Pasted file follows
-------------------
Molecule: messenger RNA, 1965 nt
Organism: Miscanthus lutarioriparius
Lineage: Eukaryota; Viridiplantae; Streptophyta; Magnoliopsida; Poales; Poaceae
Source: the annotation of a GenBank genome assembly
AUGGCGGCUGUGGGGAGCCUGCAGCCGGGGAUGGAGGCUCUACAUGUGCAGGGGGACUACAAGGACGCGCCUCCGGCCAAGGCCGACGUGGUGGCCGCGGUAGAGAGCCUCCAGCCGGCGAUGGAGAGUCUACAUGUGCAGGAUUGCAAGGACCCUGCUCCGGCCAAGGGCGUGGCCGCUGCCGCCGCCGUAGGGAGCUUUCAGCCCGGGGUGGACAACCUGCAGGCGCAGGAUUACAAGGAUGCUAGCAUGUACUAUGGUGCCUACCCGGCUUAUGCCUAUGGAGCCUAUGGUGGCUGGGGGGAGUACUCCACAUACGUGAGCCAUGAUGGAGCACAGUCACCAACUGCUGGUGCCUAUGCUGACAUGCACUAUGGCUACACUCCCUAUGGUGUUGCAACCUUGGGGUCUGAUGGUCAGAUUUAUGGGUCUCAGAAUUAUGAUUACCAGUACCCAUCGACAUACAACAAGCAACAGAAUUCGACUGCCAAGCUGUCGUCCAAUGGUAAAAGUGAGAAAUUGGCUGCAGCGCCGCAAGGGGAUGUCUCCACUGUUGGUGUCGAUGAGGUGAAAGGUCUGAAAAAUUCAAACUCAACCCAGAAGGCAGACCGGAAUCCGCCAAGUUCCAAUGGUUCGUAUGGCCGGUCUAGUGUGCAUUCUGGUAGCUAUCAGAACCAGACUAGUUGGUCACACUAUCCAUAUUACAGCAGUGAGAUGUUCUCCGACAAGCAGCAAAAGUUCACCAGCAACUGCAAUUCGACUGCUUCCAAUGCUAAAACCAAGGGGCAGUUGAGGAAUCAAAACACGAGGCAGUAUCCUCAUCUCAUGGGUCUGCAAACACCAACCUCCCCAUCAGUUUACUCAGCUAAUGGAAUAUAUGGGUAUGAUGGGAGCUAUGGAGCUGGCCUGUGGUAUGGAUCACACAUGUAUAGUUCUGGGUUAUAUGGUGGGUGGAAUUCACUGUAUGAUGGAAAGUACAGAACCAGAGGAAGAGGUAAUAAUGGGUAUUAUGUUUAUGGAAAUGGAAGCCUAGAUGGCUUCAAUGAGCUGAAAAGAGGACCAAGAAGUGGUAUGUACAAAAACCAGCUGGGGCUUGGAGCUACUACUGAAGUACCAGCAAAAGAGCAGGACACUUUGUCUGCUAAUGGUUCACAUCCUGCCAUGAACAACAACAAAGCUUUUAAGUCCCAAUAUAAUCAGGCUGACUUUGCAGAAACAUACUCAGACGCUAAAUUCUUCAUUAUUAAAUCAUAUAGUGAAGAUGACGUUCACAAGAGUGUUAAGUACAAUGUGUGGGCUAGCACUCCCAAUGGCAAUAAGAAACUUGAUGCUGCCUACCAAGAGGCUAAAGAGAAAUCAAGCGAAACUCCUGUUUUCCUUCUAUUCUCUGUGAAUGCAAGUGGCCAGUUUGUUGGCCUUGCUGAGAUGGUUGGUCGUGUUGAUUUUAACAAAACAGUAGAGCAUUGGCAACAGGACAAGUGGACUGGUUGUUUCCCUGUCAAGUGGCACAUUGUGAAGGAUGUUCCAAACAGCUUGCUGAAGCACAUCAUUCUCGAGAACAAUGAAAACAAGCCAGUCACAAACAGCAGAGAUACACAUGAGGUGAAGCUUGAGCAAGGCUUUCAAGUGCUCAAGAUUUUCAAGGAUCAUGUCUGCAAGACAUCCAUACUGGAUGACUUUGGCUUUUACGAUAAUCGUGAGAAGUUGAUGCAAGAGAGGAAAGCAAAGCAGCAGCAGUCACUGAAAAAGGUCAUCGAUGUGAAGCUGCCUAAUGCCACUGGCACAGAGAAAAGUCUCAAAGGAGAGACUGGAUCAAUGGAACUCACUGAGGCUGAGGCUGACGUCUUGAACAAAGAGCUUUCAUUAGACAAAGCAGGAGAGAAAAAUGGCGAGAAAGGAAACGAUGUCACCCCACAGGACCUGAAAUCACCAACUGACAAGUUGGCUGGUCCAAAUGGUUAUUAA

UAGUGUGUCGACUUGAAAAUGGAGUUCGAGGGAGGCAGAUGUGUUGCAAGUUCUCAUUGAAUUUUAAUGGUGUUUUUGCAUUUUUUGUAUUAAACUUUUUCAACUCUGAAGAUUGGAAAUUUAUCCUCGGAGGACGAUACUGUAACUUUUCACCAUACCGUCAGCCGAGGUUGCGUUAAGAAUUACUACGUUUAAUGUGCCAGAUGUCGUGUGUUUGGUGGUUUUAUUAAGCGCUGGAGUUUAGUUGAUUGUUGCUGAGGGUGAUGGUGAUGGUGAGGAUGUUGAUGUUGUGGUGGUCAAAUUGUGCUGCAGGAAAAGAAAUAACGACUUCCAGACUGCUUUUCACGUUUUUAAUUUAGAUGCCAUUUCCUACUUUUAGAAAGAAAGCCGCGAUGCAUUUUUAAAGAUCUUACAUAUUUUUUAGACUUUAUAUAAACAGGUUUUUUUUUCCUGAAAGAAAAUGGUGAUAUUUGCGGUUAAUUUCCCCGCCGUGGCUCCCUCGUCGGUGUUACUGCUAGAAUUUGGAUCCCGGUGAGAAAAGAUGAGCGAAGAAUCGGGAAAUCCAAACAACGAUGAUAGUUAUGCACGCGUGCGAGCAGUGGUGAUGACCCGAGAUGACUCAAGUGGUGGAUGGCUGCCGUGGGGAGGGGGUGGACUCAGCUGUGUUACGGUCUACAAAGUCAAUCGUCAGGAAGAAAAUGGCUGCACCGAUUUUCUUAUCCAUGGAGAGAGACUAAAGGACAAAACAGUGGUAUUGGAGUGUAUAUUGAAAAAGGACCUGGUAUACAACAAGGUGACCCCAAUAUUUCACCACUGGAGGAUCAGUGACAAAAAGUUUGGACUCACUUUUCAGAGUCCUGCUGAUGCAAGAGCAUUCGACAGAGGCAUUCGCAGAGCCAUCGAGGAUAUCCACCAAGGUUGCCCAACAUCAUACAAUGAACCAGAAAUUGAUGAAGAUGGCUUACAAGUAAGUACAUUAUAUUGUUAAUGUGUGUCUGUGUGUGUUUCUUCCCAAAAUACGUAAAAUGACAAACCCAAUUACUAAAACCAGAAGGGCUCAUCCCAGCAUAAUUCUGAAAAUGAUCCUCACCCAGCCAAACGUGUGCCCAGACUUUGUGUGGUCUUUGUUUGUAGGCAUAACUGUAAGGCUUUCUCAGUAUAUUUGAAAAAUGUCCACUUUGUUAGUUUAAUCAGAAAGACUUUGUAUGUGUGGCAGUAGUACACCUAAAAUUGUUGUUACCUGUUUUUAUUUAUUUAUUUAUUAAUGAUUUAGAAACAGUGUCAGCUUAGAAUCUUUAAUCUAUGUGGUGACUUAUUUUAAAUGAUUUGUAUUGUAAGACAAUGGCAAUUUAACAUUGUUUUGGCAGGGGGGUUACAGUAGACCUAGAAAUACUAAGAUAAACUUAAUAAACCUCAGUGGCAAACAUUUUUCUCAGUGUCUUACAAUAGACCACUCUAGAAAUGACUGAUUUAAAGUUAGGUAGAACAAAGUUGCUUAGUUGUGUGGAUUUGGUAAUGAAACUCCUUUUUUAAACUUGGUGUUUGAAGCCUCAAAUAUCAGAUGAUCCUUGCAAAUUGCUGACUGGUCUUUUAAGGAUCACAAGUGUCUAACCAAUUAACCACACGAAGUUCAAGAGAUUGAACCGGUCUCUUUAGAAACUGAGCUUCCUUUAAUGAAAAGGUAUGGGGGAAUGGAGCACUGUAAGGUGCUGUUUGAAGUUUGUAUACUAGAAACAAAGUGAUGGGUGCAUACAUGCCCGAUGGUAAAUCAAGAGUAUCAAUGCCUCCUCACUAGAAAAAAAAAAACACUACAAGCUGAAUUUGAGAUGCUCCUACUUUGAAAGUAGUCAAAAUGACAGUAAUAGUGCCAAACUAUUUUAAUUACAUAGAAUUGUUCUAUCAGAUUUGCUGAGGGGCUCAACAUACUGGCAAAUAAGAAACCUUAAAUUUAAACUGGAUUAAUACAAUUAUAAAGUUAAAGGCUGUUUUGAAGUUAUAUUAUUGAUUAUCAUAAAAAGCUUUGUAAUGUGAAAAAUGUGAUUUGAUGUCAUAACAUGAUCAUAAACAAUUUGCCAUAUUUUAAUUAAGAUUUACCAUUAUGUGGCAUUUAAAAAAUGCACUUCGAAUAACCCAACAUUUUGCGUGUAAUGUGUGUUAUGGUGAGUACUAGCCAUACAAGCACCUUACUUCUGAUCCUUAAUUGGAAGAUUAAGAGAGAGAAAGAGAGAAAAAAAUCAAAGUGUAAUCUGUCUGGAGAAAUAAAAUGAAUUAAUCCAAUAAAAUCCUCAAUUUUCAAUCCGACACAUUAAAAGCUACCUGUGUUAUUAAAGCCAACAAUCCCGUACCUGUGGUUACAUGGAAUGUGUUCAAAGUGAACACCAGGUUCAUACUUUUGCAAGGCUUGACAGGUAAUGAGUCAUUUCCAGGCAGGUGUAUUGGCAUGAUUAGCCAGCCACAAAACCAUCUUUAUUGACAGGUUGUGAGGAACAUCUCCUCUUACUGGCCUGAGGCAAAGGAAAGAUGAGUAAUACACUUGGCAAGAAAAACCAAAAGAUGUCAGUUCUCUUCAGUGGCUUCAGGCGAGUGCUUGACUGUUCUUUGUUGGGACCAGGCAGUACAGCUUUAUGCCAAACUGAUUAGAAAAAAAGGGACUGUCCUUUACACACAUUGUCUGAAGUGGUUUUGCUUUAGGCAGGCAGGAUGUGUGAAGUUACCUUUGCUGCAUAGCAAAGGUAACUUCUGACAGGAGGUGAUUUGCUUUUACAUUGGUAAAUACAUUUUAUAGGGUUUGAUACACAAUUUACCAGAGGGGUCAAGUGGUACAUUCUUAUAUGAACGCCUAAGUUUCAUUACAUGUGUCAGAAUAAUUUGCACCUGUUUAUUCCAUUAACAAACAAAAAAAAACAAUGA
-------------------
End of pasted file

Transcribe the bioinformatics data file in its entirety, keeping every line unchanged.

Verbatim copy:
Molecule: messenger RNA, 1965 nt
Organism: Miscanthus lutarioriparius
Lineage: Eukaryota; Viridiplantae; Streptophyta; Magnoliopsida; Poales; Poaceae
Source: the annotation of a GenBank genome assembly
AUGGCGGCUGUGGGGAGCCUGCAGCCGGGGAUGGAGGCUCUACAUGUGCAGGGGGACUACAAGGACGCGCCUCCGGCCAAGGCCGACGUGGUGGCCGCGGUAGAGAGCCUCCAGCCGGCGAUGGAGAGUCUACAUGUGCAGGAUUGCAAGGACCCUGCUCCGGCCAAGGGCGUGGCCGCUGCCGCCGCCGUAGGGAGCUUUCAGCCCGGGGUGGACAACCUGCAGGCGCAGGAUUACAAGGAUGCUAGCAUGUACUAUGGUGCCUACCCGGCUUAUGCCUAUGGAGCCUAUGGUGGCUGGGGGGAGUACUCCACAUACGUGAGCCAUGAUGGAGCACAGUCACCAACUGCUGGUGCCUAUGCUGACAUGCACUAUGGCUACACUCCCUAUGGUGUUGCAACCUUGGGGUCUGAUGGUCAGAUUUAUGGGUCUCAGAAUUAUGAUUACCAGUACCCAUCGACAUACAACAAGCAACAGAAUUCGACUGCCAAGCUGUCGUCCAAUGGUAAAAGUGAGAAAUUGGCUGCAGCGCCGCAAGGGGAUGUCUCCACUGUUGGUGUCGAUGAGGUGAAAGGUCUGAAAAAUUCAAACUCAACCCAGAAGGCAGACCGGAAUCCGCCAAGUUCCAAUGGUUCGUAUGGCCGGUCUAGUGUGCAUUCUGGUAGCUAUCAGAACCAGACUAGUUGGUCACACUAUCCAUAUUACAGCAGUGAGAUGUUCUCCGACAAGCAGCAAAAGUUCACCAGCAACUGCAAUUCGACUGCUUCCAAUGCUAAAACCAAGGGGCAGUUGAGGAAUCAAAACACGAGGCAGUAUCCUCAUCUCAUGGGUCUGCAAACACCAACCUCCCCAUCAGUUUACUCAGCUAAUGGAAUAUAUGGGUAUGAUGGGAGCUAUGGAGCUGGCCUGUGGUAUGGAUCACACAUGUAUAGUUCUGGGUUAUAUGGUGGGUGGAAUUCACUGUAUGAUGGAAAGUACAGAACCAGAGGAAGAGGUAAUAAUGGGUAUUAUGUUUAUGGAAAUGGAAGCCUAGAUGGCUUCAAUGAGCUGAAAAGAGGACCAAGAAGUGGUAUGUACAAAAACCAGCUGGGGCUUGGAGCUACUACUGAAGUACCAGCAAAAGAGCAGGACACUUUGUCUGCUAAUGGUUCACAUCCUGCCAUGAACAACAACAAAGCUUUUAAGUCCCAAUAUAAUCAGGCUGACUUUGCAGAAACAUACUCAGACGCUAAAUUCUUCAUUAUUAAAUCAUAUAGUGAAGAUGACGUUCACAAGAGUGUUAAGUACAAUGUGUGGGCUAGCACUCCCAAUGGCAAUAAGAAACUUGAUGCUGCCUACCAAGAGGCUAAAGAGAAAUCAAGCGAAACUCCUGUUUUCCUUCUAUUCUCUGUGAAUGCAAGUGGCCAGUUUGUUGGCCUUGCUGAGAUGGUUGGUCGUGUUGAUUUUAACAAAACAGUAGAGCAUUGGCAACAGGACAAGUGGACUGGUUGUUUCCCUGUCAAGUGGCACAUUGUGAAGGAUGUUCCAAACAGCUUGCUGAAGCACAUCAUUCUCGAGAACAAUGAAAACAAGCCAGUCACAAACAGCAGAGAUACACAUGAGGUGAAGCUUGAGCAAGGCUUUCAAGUGCUCAAGAUUUUCAAGGAUCAUGUCUGCAAGACAUCCAUACUGGAUGACUUUGGCUUUUACGAUAAUCGUGAGAAGUUGAUGCAAGAGAGGAAAGCAAAGCAGCAGCAGUCACUGAAAAAGGUCAUCGAUGUGAAGCUGCCUAAUGCCACUGGCACAGAGAAAAGUCUCAAAGGAGAGACUGGAUCAAUGGAACUCACUGAGGCUGAGGCUGACGUCUUGAACAAAGAGCUUUCAUUAGACAAAGCAGGAGAGAAAAAUGGCGAGAAAGGAAACGAUGUCACCCCACAGGACCUGAAAUCACCAACUGACAAGUUGGCUGGUCCAAAUGGUUAUUAA

UAGUGUGUCGACUUGAAAAUGGAGUUCGAGGGAGGCAGAUGUGUUGCAAGUUCUCAUUGAAUUUUAAUGGUGUUUUUGCAUUUUUUGUAUUAAACUUUUUCAACUCUGAAGAUUGGAAAUUUAUCCUCGGAGGACGAUACUGUAACUUUUCACCAUACCGUCAGCCGAGGUUGCGUUAAGAAUUACUACGUUUAAUGUGCCAGAUGUCGUGUGUUUGGUGGUUUUAUUAAGCGCUGGAGUUUAGUUGAUUGUUGCUGAGGGUGAUGGUGAUGGUGAGGAUGUUGAUGUUGUGGUGGUCAAAUUGUGCUGCAGGAAAAGAAAUAACGACUUCCAGACUGCUUUUCACGUUUUUAAUUUAGAUGCCAUUUCCUACUUUUAGAAAGAAAGCCGCGAUGCAUUUUUAAAGAUCUUACAUAUUUUUUAGACUUUAUAUAAACAGGUUUUUUUUUCCUGAAAGAAAAUGGUGAUAUUUGCGGUUAAUUUCCCCGCCGUGGCUCCCUCGUCGGUGUUACUGCUAGAAUUUGGAUCCCGGUGAGAAAAGAUGAGCGAAGAAUCGGGAAAUCCAAACAACGAUGAUAGUUAUGCACGCGUGCGAGCAGUGGUGAUGACCCGAGAUGACUCAAGUGGUGGAUGGCUGCCGUGGGGAGGGGGUGGACUCAGCUGUGUUACGGUCUACAAAGUCAAUCGUCAGGAAGAAAAUGGCUGCACCGAUUUUCUUAUCCAUGGAGAGAGACUAAAGGACAAAACAGUGGUAUUGGAGUGUAUAUUGAAAAAGGACCUGGUAUACAACAAGGUGACCCCAAUAUUUCACCACUGGAGGAUCAGUGACAAAAAGUUUGGACUCACUUUUCAGAGUCCUGCUGAUGCAAGAGCAUUCGACAGAGGCAUUCGCAGAGCCAUCGAGGAUAUCCACCAAGGUUGCCCAACAUCAUACAAUGAACCAGAAAUUGAUGAAGAUGGCUUACAAGUAAGUACAUUAUAUUGUUAAUGUGUGUCUGUGUGUGUUUCUUCCCAAAAUACGUAAAAUGACAAACCCAAUUACUAAAACCAGAAGGGCUCAUCCCAGCAUAAUUCUGAAAAUGAUCCUCACCCAGCCAAACGUGUGCCCAGACUUUGUGUGGUCUUUGUUUGUAGGCAUAACUGUAAGGCUUUCUCAGUAUAUUUGAAAAAUGUCCACUUUGUUAGUUUAAUCAGAAAGACUUUGUAUGUGUGGCAGUAGUACACCUAAAAUUGUUGUUACCUGUUUUUAUUUAUUUAUUUAUUAAUGAUUUAGAAACAGUGUCAGCUUAGAAUCUUUAAUCUAUGUGGUGACUUAUUUUAAAUGAUUUGUAUUGUAAGACAAUGGCAAUUUAACAUUGUUUUGGCAGGGGGGUUACAGUAGACCUAGAAAUACUAAGAUAAACUUAAUAAACCUCAGUGGCAAACAUUUUUCUCAGUGUCUUACAAUAGACCACUCUAGAAAUGACUGAUUUAAAGUUAGGUAGAACAAAGUUGCUUAGUUGUGUGGAUUUGGUAAUGAAACUCCUUUUUUAAACUUGGUGUUUGAAGCCUCAAAUAUCAGAUGAUCCUUGCAAAUUGCUGACUGGUCUUUUAAGGAUCACAAGUGUCUAACCAAUUAACCACACGAAGUUCAAGAGAUUGAACCGGUCUCUUUAGAAACUGAGCUUCCUUUAAUGAAAAGGUAUGGGGGAAUGGAGCACUGUAAGGUGCUGUUUGAAGUUUGUAUACUAGAAACAAAGUGAUGGGUGCAUACAUGCCCGAUGGUAAAUCAAGAGUAUCAAUGCCUCCUCACUAGAAAAAAAAAAACACUACAAGCUGAAUUUGAGAUGCUCCUACUUUGAAAGUAGUCAAAAUGACAGUAAUAGUGCCAAACUAUUUUAAUUACAUAGAAUUGUUCUAUCAGAUUUGCUGAGGGGCUCAACAUACUGGCAAAUAAGAAACCUUAAAUUUAAACUGGAUUAAUACAAUUAUAAAGUUAAAGGCUGUUUUGAAGUUAUAUUAUUGAUUAUCAUAAAAAGCUUUGUAAUGUGAAAAAUGUGAUUUGAUGUCAUAACAUGAUCAUAAACAAUUUGCCAUAUUUUAAUUAAGAUUUACCAUUAUGUGGCAUUUAAAAAAUGCACUUCGAAUAACCCAACAUUUUGCGUGUAAUGUGUGUUAUGGUGAGUACUAGCCAUACAAGCACCUUACUUCUGAUCCUUAAUUGGAAGAUUAAGAGAGAGAAAGAGAGAAAAAAAUCAAAGUGUAAUCUGUCUGGAGAAAUAAAAUGAAUUAAUCCAAUAAAAUCCUCAAUUUUCAAUCCGACACAUUAAAAGCUACCUGUGUUAUUAAAGCCAACAAUCCCGUACCUGUGGUUACAUGGAAUGUGUUCAAAGUGAACACCAGGUUCAUACUUUUGCAAGGCUUGACAGGUAAUGAGUCAUUUCCAGGCAGGUGUAUUGGCAUGAUUAGCCAGCCACAAAACCAUCUUUAUUGACAGGUUGUGAGGAACAUCUCCUCUUACUGGCCUGAGGCAAAGGAAAGAUGAGUAAUACACUUGGCAAGAAAAACCAAAAGAUGUCAGUUCUCUUCAGUGGCUUCAGGCGAGUGCUUGACUGUUCUUUGUUGGGACCAGGCAGUACAGCUUUAUGCCAAACUGAUUAGAAAAAAAGGGACUGUCCUUUACACACAUUGUCUGAAGUGGUUUUGCUUUAGGCAGGCAGGAUGUGUGAAGUUACCUUUGCUGCAUAGCAAAGGUAACUUCUGACAGGAGGUGAUUUGCUUUUACAUUGGUAAAUACAUUUUAUAGGGUUUGAUACACAAUUUACCAGAGGGGUCAAGUGGUACAUUCUUAUAUGAACGCCUAAGUUUCAUUACAUGUGUCAGAAUAAUUUGCACCUGUUUAUUCCAUUAACAAACAAAAAAAAACAAUGA